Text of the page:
Caravan vs van conversion & General caravan living

Aug 5, 2016
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The purpose of this topic is to get a few tips before making some decisions.

My parents live abroad in a small house and, as such, I have to use the living room for sleeping and working purposes when I visit, which causes a nuisance to everyone.

Given I have only a modest couple weeks a year usage, I see older caravans, go for an absolute bargain. I'm aware many do have water ingress problems, but other than that, are there any real issues I should be aware?I mostly visit on summer, so it would be covered for the rest of the year, as well as permanently hooked to an electrical supply (can run partial heating/dehumidifier).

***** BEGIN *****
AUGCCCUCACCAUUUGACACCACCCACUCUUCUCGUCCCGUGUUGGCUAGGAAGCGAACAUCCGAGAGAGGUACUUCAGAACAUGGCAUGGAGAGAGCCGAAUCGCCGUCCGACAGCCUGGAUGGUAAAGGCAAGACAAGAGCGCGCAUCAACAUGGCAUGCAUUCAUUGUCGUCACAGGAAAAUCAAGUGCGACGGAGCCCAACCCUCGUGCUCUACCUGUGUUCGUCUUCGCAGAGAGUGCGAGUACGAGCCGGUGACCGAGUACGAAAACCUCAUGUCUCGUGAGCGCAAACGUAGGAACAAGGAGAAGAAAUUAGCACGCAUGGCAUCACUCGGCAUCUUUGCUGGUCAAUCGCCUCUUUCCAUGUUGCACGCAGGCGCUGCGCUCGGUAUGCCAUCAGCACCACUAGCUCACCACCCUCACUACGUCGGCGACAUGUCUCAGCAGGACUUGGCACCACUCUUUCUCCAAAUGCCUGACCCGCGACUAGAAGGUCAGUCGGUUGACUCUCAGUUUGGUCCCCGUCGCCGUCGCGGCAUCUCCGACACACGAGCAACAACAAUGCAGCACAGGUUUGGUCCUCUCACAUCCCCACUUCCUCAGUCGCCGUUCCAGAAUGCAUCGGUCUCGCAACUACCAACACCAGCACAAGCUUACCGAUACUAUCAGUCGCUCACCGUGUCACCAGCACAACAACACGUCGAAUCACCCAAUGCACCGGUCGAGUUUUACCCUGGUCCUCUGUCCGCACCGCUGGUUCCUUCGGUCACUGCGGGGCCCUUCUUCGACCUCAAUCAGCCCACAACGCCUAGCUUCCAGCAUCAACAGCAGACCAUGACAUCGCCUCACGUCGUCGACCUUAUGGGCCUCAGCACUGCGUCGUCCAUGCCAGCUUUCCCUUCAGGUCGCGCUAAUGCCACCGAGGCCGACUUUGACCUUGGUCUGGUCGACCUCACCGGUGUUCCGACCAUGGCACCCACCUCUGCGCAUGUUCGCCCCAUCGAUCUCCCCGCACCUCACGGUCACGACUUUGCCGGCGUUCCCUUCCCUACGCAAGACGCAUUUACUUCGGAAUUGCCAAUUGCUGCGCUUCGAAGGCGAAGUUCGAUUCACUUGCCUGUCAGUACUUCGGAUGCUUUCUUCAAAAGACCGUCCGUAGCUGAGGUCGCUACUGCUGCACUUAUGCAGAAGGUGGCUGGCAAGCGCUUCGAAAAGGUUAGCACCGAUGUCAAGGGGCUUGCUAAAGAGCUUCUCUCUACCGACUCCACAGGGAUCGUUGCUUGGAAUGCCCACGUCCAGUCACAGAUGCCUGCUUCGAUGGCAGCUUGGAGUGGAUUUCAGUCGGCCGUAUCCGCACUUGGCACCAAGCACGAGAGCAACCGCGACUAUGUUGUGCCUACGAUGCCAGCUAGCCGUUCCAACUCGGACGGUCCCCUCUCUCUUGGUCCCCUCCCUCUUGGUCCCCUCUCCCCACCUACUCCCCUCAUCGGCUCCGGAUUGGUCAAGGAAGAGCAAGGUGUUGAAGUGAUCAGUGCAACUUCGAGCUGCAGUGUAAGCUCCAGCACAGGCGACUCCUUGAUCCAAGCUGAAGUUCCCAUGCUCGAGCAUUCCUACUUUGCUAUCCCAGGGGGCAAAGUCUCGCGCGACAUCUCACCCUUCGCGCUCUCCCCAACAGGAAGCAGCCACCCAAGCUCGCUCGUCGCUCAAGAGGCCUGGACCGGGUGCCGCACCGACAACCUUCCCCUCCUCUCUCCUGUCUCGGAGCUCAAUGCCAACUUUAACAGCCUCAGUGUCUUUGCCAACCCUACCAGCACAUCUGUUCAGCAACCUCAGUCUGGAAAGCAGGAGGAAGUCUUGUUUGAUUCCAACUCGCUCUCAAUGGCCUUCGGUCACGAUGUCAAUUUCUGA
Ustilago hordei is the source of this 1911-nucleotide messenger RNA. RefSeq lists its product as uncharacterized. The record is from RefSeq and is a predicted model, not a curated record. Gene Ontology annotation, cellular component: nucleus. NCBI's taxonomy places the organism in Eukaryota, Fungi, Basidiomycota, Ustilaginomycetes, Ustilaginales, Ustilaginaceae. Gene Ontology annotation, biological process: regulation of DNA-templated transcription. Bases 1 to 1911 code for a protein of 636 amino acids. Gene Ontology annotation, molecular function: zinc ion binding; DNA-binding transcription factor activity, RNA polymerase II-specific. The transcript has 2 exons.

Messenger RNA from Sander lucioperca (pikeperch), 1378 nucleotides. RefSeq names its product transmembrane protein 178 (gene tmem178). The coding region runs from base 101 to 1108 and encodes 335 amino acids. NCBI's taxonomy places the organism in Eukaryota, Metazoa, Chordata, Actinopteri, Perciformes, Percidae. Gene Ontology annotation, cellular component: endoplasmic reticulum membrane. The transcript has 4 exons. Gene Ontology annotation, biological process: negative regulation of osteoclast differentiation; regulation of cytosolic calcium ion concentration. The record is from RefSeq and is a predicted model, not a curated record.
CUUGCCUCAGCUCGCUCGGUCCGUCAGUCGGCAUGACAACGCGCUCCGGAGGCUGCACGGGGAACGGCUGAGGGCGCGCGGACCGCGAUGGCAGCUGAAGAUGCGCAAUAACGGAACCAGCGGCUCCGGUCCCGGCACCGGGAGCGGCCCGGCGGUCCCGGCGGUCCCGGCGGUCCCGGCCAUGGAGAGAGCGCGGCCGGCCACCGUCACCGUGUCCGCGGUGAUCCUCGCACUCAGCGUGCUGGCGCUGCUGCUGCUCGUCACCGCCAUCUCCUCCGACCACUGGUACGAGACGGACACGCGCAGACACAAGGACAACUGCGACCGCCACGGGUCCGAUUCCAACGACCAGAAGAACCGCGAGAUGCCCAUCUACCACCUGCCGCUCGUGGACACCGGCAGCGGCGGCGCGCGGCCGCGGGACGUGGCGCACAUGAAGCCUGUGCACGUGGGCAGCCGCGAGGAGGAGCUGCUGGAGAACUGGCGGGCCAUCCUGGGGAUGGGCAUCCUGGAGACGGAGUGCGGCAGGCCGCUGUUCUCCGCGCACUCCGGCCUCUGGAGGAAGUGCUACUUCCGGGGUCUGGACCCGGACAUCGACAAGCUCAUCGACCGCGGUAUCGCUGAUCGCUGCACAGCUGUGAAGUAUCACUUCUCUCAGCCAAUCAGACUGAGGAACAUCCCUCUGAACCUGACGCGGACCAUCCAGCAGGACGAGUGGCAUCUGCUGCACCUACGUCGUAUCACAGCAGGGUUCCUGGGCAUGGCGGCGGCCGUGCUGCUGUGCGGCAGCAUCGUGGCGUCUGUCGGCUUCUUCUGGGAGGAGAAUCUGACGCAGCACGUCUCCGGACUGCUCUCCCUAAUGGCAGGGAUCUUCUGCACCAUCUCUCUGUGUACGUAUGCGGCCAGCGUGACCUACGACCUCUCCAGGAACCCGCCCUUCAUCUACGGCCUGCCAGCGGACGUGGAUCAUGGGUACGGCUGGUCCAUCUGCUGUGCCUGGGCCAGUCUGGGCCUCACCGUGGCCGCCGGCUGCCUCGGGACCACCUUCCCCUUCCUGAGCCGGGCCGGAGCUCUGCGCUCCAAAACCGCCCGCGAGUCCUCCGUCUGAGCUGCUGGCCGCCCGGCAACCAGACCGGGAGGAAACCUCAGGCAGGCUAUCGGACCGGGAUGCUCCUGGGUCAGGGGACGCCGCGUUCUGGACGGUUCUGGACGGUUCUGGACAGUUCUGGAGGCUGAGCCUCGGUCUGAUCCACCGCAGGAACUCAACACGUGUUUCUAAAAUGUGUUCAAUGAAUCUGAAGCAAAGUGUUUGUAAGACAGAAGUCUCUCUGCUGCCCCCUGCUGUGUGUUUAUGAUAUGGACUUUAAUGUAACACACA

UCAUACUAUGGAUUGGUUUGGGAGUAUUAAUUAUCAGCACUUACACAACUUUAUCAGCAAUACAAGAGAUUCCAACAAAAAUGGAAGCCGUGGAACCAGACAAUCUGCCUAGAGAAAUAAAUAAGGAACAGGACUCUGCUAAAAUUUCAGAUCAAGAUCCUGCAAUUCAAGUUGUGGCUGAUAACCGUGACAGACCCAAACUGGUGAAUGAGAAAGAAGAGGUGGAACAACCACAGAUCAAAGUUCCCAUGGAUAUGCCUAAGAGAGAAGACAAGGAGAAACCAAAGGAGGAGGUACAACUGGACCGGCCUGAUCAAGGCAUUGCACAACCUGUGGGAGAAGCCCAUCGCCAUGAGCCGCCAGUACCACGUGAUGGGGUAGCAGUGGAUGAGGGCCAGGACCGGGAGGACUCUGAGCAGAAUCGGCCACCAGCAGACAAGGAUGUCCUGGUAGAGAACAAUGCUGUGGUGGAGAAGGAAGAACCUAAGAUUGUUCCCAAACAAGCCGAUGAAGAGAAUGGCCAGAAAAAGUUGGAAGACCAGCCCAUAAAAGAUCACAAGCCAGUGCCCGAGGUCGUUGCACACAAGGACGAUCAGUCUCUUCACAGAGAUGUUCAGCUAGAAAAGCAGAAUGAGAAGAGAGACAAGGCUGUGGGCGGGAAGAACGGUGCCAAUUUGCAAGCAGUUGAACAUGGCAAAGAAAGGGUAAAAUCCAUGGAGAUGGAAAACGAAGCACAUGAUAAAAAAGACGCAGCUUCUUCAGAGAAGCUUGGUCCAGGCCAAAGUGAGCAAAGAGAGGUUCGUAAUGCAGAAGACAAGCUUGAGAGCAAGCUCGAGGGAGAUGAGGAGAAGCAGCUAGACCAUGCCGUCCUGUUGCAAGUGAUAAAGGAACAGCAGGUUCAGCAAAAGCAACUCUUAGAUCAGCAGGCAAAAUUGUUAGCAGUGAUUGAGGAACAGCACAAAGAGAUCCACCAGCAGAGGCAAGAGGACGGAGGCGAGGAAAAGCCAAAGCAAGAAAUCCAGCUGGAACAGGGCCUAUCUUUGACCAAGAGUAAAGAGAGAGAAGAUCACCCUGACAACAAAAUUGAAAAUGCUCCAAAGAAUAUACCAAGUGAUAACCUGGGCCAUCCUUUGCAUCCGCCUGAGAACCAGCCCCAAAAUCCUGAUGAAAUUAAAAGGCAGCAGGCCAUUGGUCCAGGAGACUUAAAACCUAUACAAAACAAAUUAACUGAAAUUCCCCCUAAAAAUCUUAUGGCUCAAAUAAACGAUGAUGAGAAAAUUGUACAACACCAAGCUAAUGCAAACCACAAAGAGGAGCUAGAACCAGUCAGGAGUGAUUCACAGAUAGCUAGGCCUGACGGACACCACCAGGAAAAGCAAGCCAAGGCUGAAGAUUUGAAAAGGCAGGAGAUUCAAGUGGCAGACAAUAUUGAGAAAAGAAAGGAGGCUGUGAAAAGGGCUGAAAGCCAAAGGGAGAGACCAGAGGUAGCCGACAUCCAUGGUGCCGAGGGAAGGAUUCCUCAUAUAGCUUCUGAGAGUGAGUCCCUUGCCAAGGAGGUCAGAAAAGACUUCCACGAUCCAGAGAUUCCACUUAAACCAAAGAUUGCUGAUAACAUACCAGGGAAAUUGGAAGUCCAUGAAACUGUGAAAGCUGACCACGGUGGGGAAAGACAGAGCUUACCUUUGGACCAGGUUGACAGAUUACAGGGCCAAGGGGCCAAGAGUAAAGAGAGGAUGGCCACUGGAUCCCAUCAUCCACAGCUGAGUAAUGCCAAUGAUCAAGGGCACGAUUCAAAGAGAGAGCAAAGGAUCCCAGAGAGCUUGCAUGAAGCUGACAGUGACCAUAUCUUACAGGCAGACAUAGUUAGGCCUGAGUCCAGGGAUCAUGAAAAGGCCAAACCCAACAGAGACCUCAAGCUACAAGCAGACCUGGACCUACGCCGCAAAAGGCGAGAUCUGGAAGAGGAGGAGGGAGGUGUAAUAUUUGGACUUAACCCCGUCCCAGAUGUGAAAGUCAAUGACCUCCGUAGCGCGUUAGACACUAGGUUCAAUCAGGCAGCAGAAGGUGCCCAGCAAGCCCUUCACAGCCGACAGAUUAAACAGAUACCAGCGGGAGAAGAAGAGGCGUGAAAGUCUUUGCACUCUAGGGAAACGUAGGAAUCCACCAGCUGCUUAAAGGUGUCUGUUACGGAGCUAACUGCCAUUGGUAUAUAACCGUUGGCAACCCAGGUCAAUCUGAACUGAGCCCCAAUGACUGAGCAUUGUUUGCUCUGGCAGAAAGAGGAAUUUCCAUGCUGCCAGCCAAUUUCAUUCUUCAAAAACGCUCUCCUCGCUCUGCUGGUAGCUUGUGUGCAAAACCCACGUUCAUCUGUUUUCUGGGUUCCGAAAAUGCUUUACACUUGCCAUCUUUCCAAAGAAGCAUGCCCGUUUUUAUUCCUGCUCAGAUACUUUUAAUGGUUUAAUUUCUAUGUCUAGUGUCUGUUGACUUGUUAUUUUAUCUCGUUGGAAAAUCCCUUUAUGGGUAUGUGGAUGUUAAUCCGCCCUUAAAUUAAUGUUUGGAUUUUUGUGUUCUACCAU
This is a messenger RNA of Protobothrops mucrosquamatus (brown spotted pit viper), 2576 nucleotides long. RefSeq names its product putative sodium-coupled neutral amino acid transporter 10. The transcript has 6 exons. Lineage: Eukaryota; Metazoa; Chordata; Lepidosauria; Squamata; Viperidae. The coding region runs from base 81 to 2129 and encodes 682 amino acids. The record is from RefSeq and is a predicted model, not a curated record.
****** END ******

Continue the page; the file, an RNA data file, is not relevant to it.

How is living inside one, in regards to insulation and noise? Summers in Spain tend to be quite hot. Is it reasonable to assume open windows are enough, or should I look into a portable A/C unit?

Also is there any real advantage from 2 berth to 5-6 berth? They seem to have the same outdoor dimensions, so I'm not quite sure where the compromise is. Maybe less storage or a smaller toilet? I would ideally like to retrofit mine with a large desk and a standard under counter fridge, and the space where the 4 berth ones have the extra bed seems like a sensible option. Likewise I don't have any need for the toilet, can this space be easily reclaimed?